They represent the characteristics of the environment that can make the process of reaching the goal difficult. These are conditions external to us , such as politics, social problems or family dynamics, that can influence us negatively.

How do you perform a personal FOD analysis?

First of all, you must be clear about what you want to achieve . This goal must be concrete. It is very important to be clear about this, as otherwise it may prejudice the decision making that will take place throughout the process.

1. Preparation of the personal DOFA matrix

On a sheet of paper we draw the matrix, by drawing a square divided into four smaller squares . Each of these will be one of the four DOFA components, and will be placed according to whether they are positive or negative components and whether they are internal or external.

2. Internal analysis: strengths and weaknesses

It consists of analyzing those aspects of us, that is, everything related to our personality, knowledge, skills and others, which influence the achievement of the proposed goal and that we ourselves can modify.

It starts by analyzing the strengths, that is, everything positive that helps to achieve the goal. During this step, we can ask ourselves some questions and try to answer them :

  • What skills do I have?
  • What am I good at?
  • What do I like to do?
  • Do I have a reputation for anything?
  • What qualifications do I have?
  • How do the others flatter me?

Once the strengths are detected, the weaknesses are addressed. It is very important to take into account the negative aspects of ourselves that can be an obstacle on our way to success. This can be personality traits , such as being introverted in a job where you have to have social skills.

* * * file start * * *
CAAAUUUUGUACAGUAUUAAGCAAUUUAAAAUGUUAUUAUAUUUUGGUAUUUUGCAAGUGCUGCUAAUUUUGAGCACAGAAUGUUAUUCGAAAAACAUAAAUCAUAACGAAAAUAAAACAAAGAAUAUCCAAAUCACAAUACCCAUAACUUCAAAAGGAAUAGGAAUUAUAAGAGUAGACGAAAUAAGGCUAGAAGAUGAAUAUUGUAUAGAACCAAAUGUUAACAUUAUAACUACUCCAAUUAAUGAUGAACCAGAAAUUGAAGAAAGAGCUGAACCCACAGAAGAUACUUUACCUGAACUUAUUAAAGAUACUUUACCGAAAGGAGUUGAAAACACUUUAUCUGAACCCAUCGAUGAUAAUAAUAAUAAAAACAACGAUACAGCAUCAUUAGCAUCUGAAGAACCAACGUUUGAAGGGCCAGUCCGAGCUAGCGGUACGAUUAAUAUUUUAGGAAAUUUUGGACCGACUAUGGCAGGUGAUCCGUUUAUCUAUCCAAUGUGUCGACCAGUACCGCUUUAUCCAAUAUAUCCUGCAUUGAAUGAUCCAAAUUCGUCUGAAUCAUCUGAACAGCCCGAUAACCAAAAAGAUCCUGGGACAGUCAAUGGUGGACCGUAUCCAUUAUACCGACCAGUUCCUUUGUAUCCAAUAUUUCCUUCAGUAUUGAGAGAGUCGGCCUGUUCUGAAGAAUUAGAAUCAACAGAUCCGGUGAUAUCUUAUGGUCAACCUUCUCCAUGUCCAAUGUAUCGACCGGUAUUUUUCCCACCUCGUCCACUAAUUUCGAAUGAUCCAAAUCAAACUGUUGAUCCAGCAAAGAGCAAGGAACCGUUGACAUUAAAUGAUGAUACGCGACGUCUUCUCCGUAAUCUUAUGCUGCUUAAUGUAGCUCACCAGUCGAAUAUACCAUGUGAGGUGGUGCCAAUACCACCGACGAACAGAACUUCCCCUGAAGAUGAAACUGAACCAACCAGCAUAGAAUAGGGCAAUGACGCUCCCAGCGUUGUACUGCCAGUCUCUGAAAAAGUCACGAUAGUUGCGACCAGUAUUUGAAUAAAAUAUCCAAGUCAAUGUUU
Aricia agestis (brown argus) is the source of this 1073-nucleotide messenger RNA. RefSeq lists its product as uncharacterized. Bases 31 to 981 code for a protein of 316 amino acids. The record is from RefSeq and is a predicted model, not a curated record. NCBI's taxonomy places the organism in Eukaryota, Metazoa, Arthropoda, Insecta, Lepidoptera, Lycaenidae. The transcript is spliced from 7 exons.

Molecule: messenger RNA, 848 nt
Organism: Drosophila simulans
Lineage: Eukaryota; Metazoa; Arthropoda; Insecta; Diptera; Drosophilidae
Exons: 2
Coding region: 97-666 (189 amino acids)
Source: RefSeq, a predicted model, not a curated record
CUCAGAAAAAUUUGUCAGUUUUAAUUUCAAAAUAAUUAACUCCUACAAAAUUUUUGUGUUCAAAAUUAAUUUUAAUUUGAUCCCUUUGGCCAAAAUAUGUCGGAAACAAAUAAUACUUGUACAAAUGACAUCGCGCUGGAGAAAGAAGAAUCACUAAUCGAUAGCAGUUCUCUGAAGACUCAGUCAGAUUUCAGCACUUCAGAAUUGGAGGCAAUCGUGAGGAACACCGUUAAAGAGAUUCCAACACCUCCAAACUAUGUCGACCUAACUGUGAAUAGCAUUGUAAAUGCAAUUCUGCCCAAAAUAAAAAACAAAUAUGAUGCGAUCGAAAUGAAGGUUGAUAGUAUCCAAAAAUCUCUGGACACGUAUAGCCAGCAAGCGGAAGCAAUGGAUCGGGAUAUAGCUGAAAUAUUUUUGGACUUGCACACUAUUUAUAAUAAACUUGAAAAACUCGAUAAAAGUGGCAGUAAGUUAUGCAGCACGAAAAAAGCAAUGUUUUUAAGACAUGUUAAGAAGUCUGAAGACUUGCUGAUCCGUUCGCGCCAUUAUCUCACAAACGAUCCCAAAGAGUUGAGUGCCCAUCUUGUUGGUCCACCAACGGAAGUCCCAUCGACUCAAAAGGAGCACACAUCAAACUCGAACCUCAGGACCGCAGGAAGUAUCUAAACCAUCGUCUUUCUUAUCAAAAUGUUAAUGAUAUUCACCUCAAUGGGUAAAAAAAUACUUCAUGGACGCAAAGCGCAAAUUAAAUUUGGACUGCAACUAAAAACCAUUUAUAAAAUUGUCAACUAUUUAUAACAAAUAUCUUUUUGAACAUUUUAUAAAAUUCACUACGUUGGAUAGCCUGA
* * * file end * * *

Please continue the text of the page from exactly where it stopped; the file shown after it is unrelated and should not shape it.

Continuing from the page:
The analysis of weaknesses is not simply to detect them and that’s it. It is necessary to elaborate a strategic plan to correct those aspects that burden us.

Some questions that may arise at this point are

  • What should I improve about my personality?
  • What habits are detrimental to achieving my goal?
  • What are my fears?
  • Am I being criticized? For what?
  • What titles am I missing?
  • What procrastino? What are you wasting my time for?

3. External analysis: opportunities and threats

Once we have evaluated ourselves, seeing the positive and the negative, it is necessary to see which characteristics of the environment help and hinder us to reach our objective .

First, we will analyze the opportunities, that is to say, everything in the environment that can give us some kind of advantage. We can ask ourselves the following questions:

  • What changes are occurring in society that can benefit me?
  • Is there any change in my life that could be transcendental?
  • Is there a problem in society that I can help solve?
  • Am I part of an important network or an influential circle?
  • What training is on offer that will allow me to retrain?

We will then analyze those aspects of the environment that may be hostile to us, and that directly or indirectly threaten our path to success. The aim of this part of the analysis is to see what we can do to minimize these dangers or how we can learn to overcome them .

We can therefore ask ourselves the following questions:

  • Is there anything going on in society that could hurt me?
  • Is there a problem in my life?
  • How much competition do I have?
  • What aspects of my professional or work environment prevent me from achieving what I want?

Once the analysis of strengths, weaknesses, opportunities and threats has been achieved, we will be able to know where we stand and plan a strategy that will lead us to success.

Bibliographic references:

  • Dyson, R. G. (2004). Strategic development and SWOT analysis at the University of Warwick. European Journal of Operational Research, 152(3), 631-640.
  • Hill, T. and Westbrook, R. (1997). SWOT analysis: It’s time for a product recall. Long Range Planning, 30(1), 46-52.
  • Jackson, S.E., Joshi, A. and Erhardt, N.L. (2003). Recent Research on Team and Organizational Diversity: SWOT Analysis and Implications. Journal of Management, 29(6), 801-830.